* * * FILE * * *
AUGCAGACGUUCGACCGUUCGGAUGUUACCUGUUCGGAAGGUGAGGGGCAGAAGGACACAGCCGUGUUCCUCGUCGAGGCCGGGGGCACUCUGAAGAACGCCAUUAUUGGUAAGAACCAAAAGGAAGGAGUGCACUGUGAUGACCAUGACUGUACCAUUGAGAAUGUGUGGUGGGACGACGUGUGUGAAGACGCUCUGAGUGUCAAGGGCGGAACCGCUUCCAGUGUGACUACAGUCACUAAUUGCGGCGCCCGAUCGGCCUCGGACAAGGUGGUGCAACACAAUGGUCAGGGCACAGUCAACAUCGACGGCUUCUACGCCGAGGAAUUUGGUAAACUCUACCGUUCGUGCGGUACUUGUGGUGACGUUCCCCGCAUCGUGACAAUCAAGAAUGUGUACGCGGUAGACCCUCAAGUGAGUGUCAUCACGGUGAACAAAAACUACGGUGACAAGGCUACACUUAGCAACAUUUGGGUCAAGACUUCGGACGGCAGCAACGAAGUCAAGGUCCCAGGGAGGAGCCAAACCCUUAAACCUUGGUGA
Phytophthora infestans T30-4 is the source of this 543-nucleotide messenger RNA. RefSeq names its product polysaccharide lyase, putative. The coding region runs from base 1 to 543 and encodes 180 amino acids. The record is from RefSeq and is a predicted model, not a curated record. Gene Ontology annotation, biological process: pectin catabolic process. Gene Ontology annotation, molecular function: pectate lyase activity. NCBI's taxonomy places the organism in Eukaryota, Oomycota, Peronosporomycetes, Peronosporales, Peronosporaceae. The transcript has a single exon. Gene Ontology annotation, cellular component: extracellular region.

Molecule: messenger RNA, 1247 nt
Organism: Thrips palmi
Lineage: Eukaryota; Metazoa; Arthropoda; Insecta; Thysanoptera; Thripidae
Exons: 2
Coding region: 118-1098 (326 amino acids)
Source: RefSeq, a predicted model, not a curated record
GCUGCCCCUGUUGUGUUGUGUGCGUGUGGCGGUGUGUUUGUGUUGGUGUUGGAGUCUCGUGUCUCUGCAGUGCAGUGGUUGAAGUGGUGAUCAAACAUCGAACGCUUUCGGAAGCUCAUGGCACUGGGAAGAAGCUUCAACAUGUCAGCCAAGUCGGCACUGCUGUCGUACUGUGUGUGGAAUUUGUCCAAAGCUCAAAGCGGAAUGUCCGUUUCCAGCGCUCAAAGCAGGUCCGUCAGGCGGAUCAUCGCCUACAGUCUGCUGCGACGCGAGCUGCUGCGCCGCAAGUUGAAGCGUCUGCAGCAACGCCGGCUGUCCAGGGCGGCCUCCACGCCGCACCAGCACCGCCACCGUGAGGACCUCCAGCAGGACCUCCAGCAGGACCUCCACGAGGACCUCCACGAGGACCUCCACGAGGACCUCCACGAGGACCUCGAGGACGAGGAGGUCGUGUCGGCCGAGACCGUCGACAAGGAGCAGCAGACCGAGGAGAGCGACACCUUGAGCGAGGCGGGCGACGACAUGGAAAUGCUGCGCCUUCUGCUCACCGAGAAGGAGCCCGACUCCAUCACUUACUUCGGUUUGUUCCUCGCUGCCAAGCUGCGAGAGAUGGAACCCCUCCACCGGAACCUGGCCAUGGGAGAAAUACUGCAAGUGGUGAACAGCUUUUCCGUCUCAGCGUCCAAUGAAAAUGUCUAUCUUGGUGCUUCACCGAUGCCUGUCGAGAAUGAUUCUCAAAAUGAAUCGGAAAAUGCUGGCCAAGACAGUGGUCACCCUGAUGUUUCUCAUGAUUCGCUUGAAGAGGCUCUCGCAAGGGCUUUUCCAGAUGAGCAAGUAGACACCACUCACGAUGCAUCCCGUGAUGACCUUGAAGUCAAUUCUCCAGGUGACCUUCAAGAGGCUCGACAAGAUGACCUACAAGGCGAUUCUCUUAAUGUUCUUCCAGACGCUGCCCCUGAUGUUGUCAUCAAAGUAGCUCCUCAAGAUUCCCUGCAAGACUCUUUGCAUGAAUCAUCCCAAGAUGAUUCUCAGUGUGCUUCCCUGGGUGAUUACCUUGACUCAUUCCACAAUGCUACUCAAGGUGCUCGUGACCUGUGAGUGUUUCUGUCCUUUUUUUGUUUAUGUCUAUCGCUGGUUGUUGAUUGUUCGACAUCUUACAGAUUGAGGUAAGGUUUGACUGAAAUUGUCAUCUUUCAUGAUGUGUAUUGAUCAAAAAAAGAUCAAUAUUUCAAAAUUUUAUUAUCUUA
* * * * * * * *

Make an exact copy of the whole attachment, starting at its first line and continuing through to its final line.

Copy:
AUGCAGACGUUCGACCGUUCGGAUGUUACCUGUUCGGAAGGUGAGGGGCAGAAGGACACAGCCGUGUUCCUCGUCGAGGCCGGGGGCACUCUGAAGAACGCCAUUAUUGGUAAGAACCAAAAGGAAGGAGUGCACUGUGAUGACCAUGACUGUACCAUUGAGAAUGUGUGGUGGGACGACGUGUGUGAAGACGCUCUGAGUGUCAAGGGCGGAACCGCUUCCAGUGUGACUACAGUCACUAAUUGCGGCGCCCGAUCGGCCUCGGACAAGGUGGUGCAACACAAUGGUCAGGGCACAGUCAACAUCGACGGCUUCUACGCCGAGGAAUUUGGUAAACUCUACCGUUCGUGCGGUACUUGUGGUGACGUUCCCCGCAUCGUGACAAUCAAGAAUGUGUACGCGGUAGACCCUCAAGUGAGUGUCAUCACGGUGAACAAAAACUACGGUGACAAGGCUACACUUAGCAACAUUUGGGUCAAGACUUCGGACGGCAGCAACGAAGUCAAGGUCCCAGGGAGGAGCCAAACCCUUAAACCUUGGUGA
Phytophthora infestans T30-4 is the source of this 543-nucleotide messenger RNA. RefSeq names its product polysaccharide lyase, putative. The coding region runs from base 1 to 543 and encodes 180 amino acids. The record is from RefSeq and is a predicted model, not a curated record. Gene Ontology annotation, biological process: pectin catabolic process. Gene Ontology annotation, molecular function: pectate lyase activity. NCBI's taxonomy places the organism in Eukaryota, Oomycota, Peronosporomycetes, Peronosporales, Peronosporaceae. The transcript has a single exon. Gene Ontology annotation, cellular component: extracellular region.

Molecule: messenger RNA, 1247 nt
Organism: Thrips palmi
Lineage: Eukaryota; Metazoa; Arthropoda; Insecta; Thysanoptera; Thripidae
Exons: 2
Coding region: 118-1098 (326 amino acids)
Source: RefSeq, a predicted model, not a curated record
GCUGCCCCUGUUGUGUUGUGUGCGUGUGGCGGUGUGUUUGUGUUGGUGUUGGAGUCUCGUGUCUCUGCAGUGCAGUGGUUGAAGUGGUGAUCAAACAUCGAACGCUUUCGGAAGCUCAUGGCACUGGGAAGAAGCUUCAACAUGUCAGCCAAGUCGGCACUGCUGUCGUACUGUGUGUGGAAUUUGUCCAAAGCUCAAAGCGGAAUGUCCGUUUCCAGCGCUCAAAGCAGGUCCGUCAGGCGGAUCAUCGCCUACAGUCUGCUGCGACGCGAGCUGCUGCGCCGCAAGUUGAAGCGUCUGCAGCAACGCCGGCUGUCCAGGGCGGCCUCCACGCCGCACCAGCACCGCCACCGUGAGGACCUCCAGCAGGACCUCCAGCAGGACCUCCACGAGGACCUCCACGAGGACCUCCACGAGGACCUCCACGAGGACCUCGAGGACGAGGAGGUCGUGUCGGCCGAGACCGUCGACAAGGAGCAGCAGACCGAGGAGAGCGACACCUUGAGCGAGGCGGGCGACGACAUGGAAAUGCUGCGCCUUCUGCUCACCGAGAAGGAGCCCGACUCCAUCACUUACUUCGGUUUGUUCCUCGCUGCCAAGCUGCGAGAGAUGGAACCCCUCCACCGGAACCUGGCCAUGGGAGAAAUACUGCAAGUGGUGAACAGCUUUUCCGUCUCAGCGUCCAAUGAAAAUGUCUAUCUUGGUGCUUCACCGAUGCCUGUCGAGAAUGAUUCUCAAAAUGAAUCGGAAAAUGCUGGCCAAGACAGUGGUCACCCUGAUGUUUCUCAUGAUUCGCUUGAAGAGGCUCUCGCAAGGGCUUUUCCAGAUGAGCAAGUAGACACCACUCACGAUGCAUCCCGUGAUGACCUUGAAGUCAAUUCUCCAGGUGACCUUCAAGAGGCUCGACAAGAUGACCUACAAGGCGAUUCUCUUAAUGUUCUUCCAGACGCUGCCCCUGAUGUUGUCAUCAAAGUAGCUCCUCAAGAUUCCCUGCAAGACUCUUUGCAUGAAUCAUCCCAAGAUGAUUCUCAGUGUGCUUCCCUGGGUGAUUACCUUGACUCAUUCCACAAUGCUACUCAAGGUGCUCGUGACCUGUGAGUGUUUCUGUCCUUUUUUUGUUUAUGUCUAUCGCUGGUUGUUGAUUGUUCGACAUCUUACAGAUUGAGGUAAGGUUUGACUGAAAUUGUCAUCUUUCAUGAUGUGUAUUGAUCAAAAAAAGAUCAAUAUUUCAAAAUUUUAUUAUCUUA